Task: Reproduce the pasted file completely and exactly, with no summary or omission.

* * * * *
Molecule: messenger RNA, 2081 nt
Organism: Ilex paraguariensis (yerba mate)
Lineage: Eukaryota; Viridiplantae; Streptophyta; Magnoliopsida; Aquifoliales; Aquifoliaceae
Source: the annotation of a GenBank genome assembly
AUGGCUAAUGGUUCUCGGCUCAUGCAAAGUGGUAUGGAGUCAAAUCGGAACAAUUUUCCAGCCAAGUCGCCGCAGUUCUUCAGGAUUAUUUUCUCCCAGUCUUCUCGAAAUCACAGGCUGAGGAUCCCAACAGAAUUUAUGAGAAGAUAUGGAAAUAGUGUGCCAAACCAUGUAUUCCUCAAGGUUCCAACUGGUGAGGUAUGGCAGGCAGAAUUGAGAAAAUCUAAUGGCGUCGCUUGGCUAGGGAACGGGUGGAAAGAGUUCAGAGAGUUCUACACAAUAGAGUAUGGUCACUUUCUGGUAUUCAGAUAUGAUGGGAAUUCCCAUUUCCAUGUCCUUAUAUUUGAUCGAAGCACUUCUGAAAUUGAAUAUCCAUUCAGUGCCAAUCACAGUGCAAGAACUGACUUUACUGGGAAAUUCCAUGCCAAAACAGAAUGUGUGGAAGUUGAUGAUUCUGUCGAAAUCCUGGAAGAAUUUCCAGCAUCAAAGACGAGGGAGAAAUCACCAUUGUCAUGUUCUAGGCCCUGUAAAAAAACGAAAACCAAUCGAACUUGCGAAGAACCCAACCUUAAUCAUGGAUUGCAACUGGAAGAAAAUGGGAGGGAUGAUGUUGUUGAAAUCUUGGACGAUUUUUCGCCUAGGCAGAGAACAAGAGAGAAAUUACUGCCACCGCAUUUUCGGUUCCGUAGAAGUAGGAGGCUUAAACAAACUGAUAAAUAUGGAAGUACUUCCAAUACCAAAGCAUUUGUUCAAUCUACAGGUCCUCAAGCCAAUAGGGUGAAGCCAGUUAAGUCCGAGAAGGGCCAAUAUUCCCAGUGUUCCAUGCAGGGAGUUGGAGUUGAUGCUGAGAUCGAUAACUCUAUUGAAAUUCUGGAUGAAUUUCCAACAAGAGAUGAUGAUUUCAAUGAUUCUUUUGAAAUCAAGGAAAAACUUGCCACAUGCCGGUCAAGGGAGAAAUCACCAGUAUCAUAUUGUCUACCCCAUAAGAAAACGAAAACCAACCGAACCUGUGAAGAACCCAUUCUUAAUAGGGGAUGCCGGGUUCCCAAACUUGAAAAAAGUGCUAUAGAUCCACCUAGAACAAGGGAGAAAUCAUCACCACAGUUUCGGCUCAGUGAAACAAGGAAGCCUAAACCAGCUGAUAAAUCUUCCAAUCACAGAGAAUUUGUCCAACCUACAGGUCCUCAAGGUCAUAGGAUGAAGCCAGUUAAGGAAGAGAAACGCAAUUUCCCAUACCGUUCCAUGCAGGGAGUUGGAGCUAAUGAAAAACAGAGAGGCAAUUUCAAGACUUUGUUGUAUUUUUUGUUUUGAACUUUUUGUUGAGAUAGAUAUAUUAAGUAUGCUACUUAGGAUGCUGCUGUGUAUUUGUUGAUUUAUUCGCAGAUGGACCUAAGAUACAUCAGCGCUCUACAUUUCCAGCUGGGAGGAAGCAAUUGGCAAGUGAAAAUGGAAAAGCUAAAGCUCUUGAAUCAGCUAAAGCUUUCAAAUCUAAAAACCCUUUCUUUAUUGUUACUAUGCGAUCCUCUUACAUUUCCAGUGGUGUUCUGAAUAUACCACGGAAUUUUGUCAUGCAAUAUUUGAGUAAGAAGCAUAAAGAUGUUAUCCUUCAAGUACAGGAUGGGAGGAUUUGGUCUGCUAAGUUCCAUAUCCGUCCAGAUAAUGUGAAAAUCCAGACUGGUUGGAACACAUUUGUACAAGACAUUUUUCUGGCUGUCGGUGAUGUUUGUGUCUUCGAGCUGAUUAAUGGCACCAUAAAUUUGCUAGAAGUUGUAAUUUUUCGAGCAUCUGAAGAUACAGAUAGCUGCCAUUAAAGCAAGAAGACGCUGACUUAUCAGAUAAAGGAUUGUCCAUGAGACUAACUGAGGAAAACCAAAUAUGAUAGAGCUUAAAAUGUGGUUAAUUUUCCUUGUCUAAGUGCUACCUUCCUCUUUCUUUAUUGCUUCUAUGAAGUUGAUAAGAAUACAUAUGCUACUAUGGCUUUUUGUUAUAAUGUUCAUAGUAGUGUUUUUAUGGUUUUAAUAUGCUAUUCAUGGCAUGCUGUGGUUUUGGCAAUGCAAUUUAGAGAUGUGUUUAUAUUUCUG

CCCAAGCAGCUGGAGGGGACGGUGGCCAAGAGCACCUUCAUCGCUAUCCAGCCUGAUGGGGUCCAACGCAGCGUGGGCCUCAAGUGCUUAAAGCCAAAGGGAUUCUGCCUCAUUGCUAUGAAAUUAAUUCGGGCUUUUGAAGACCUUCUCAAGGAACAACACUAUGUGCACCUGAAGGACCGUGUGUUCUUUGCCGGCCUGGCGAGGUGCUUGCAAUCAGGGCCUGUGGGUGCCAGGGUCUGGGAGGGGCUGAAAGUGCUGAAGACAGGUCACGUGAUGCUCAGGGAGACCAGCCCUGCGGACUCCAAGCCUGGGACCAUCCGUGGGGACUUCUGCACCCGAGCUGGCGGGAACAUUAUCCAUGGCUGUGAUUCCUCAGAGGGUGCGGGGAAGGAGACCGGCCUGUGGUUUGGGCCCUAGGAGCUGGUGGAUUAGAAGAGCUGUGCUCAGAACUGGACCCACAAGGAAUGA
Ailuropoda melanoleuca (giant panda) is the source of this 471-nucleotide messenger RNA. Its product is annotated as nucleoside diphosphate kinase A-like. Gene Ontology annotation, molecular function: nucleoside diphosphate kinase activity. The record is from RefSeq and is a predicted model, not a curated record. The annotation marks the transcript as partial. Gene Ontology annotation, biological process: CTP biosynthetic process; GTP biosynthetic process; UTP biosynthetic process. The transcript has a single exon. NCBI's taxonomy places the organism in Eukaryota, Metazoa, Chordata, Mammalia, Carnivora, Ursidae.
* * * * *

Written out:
Molecule: messenger RNA, 2081 nt
Organism: Ilex paraguariensis (yerba mate)
Lineage: Eukaryota; Viridiplantae; Streptophyta; Magnoliopsida; Aquifoliales; Aquifoliaceae
Source: the annotation of a GenBank genome assembly
AUGGCUAAUGGUUCUCGGCUCAUGCAAAGUGGUAUGGAGUCAAAUCGGAACAAUUUUCCAGCCAAGUCGCCGCAGUUCUUCAGGAUUAUUUUCUCCCAGUCUUCUCGAAAUCACAGGCUGAGGAUCCCAACAGAAUUUAUGAGAAGAUAUGGAAAUAGUGUGCCAAACCAUGUAUUCCUCAAGGUUCCAACUGGUGAGGUAUGGCAGGCAGAAUUGAGAAAAUCUAAUGGCGUCGCUUGGCUAGGGAACGGGUGGAAAGAGUUCAGAGAGUUCUACACAAUAGAGUAUGGUCACUUUCUGGUAUUCAGAUAUGAUGGGAAUUCCCAUUUCCAUGUCCUUAUAUUUGAUCGAAGCACUUCUGAAAUUGAAUAUCCAUUCAGUGCCAAUCACAGUGCAAGAACUGACUUUACUGGGAAAUUCCAUGCCAAAACAGAAUGUGUGGAAGUUGAUGAUUCUGUCGAAAUCCUGGAAGAAUUUCCAGCAUCAAAGACGAGGGAGAAAUCACCAUUGUCAUGUUCUAGGCCCUGUAAAAAAACGAAAACCAAUCGAACUUGCGAAGAACCCAACCUUAAUCAUGGAUUGCAACUGGAAGAAAAUGGGAGGGAUGAUGUUGUUGAAAUCUUGGACGAUUUUUCGCCUAGGCAGAGAACAAGAGAGAAAUUACUGCCACCGCAUUUUCGGUUCCGUAGAAGUAGGAGGCUUAAACAAACUGAUAAAUAUGGAAGUACUUCCAAUACCAAAGCAUUUGUUCAAUCUACAGGUCCUCAAGCCAAUAGGGUGAAGCCAGUUAAGUCCGAGAAGGGCCAAUAUUCCCAGUGUUCCAUGCAGGGAGUUGGAGUUGAUGCUGAGAUCGAUAACUCUAUUGAAAUUCUGGAUGAAUUUCCAACAAGAGAUGAUGAUUUCAAUGAUUCUUUUGAAAUCAAGGAAAAACUUGCCACAUGCCGGUCAAGGGAGAAAUCACCAGUAUCAUAUUGUCUACCCCAUAAGAAAACGAAAACCAACCGAACCUGUGAAGAACCCAUUCUUAAUAGGGGAUGCCGGGUUCCCAAACUUGAAAAAAGUGCUAUAGAUCCACCUAGAACAAGGGAGAAAUCAUCACCACAGUUUCGGCUCAGUGAAACAAGGAAGCCUAAACCAGCUGAUAAAUCUUCCAAUCACAGAGAAUUUGUCCAACCUACAGGUCCUCAAGGUCAUAGGAUGAAGCCAGUUAAGGAAGAGAAACGCAAUUUCCCAUACCGUUCCAUGCAGGGAGUUGGAGCUAAUGAAAAACAGAGAGGCAAUUUCAAGACUUUGUUGUAUUUUUUGUUUUGAACUUUUUGUUGAGAUAGAUAUAUUAAGUAUGCUACUUAGGAUGCUGCUGUGUAUUUGUUGAUUUAUUCGCAGAUGGACCUAAGAUACAUCAGCGCUCUACAUUUCCAGCUGGGAGGAAGCAAUUGGCAAGUGAAAAUGGAAAAGCUAAAGCUCUUGAAUCAGCUAAAGCUUUCAAAUCUAAAAACCCUUUCUUUAUUGUUACUAUGCGAUCCUCUUACAUUUCCAGUGGUGUUCUGAAUAUACCACGGAAUUUUGUCAUGCAAUAUUUGAGUAAGAAGCAUAAAGAUGUUAUCCUUCAAGUACAGGAUGGGAGGAUUUGGUCUGCUAAGUUCCAUAUCCGUCCAGAUAAUGUGAAAAUCCAGACUGGUUGGAACACAUUUGUACAAGACAUUUUUCUGGCUGUCGGUGAUGUUUGUGUCUUCGAGCUGAUUAAUGGCACCAUAAAUUUGCUAGAAGUUGUAAUUUUUCGAGCAUCUGAAGAUACAGAUAGCUGCCAUUAAAGCAAGAAGACGCUGACUUAUCAGAUAAAGGAUUGUCCAUGAGACUAACUGAGGAAAACCAAAUAUGAUAGAGCUUAAAAUGUGGUUAAUUUUCCUUGUCUAAGUGCUACCUUCCUCUUUCUUUAUUGCUUCUAUGAAGUUGAUAAGAAUACAUAUGCUACUAUGGCUUUUUGUUAUAAUGUUCAUAGUAGUGUUUUUAUGGUUUUAAUAUGCUAUUCAUGGCAUGCUGUGGUUUUGGCAAUGCAAUUUAGAGAUGUGUUUAUAUUUCUG

CCCAAGCAGCUGGAGGGGACGGUGGCCAAGAGCACCUUCAUCGCUAUCCAGCCUGAUGGGGUCCAACGCAGCGUGGGCCUCAAGUGCUUAAAGCCAAAGGGAUUCUGCCUCAUUGCUAUGAAAUUAAUUCGGGCUUUUGAAGACCUUCUCAAGGAACAACACUAUGUGCACCUGAAGGACCGUGUGUUCUUUGCCGGCCUGGCGAGGUGCUUGCAAUCAGGGCCUGUGGGUGCCAGGGUCUGGGAGGGGCUGAAAGUGCUGAAGACAGGUCACGUGAUGCUCAGGGAGACCAGCCCUGCGGACUCCAAGCCUGGGACCAUCCGUGGGGACUUCUGCACCCGAGCUGGCGGGAACAUUAUCCAUGGCUGUGAUUCCUCAGAGGGUGCGGGGAAGGAGACCGGCCUGUGGUUUGGGCCCUAGGAGCUGGUGGAUUAGAAGAGCUGUGCUCAGAACUGGACCCACAAGGAAUGA
Ailuropoda melanoleuca (giant panda) is the source of this 471-nucleotide messenger RNA. Its product is annotated as nucleoside diphosphate kinase A-like. Gene Ontology annotation, molecular function: nucleoside diphosphate kinase activity. The record is from RefSeq and is a predicted model, not a curated record. The annotation marks the transcript as partial. Gene Ontology annotation, biological process: CTP biosynthetic process; GTP biosynthetic process; UTP biosynthetic process. The transcript has a single exon. NCBI's taxonomy places the organism in Eukaryota, Metazoa, Chordata, Mammalia, Carnivora, Ursidae.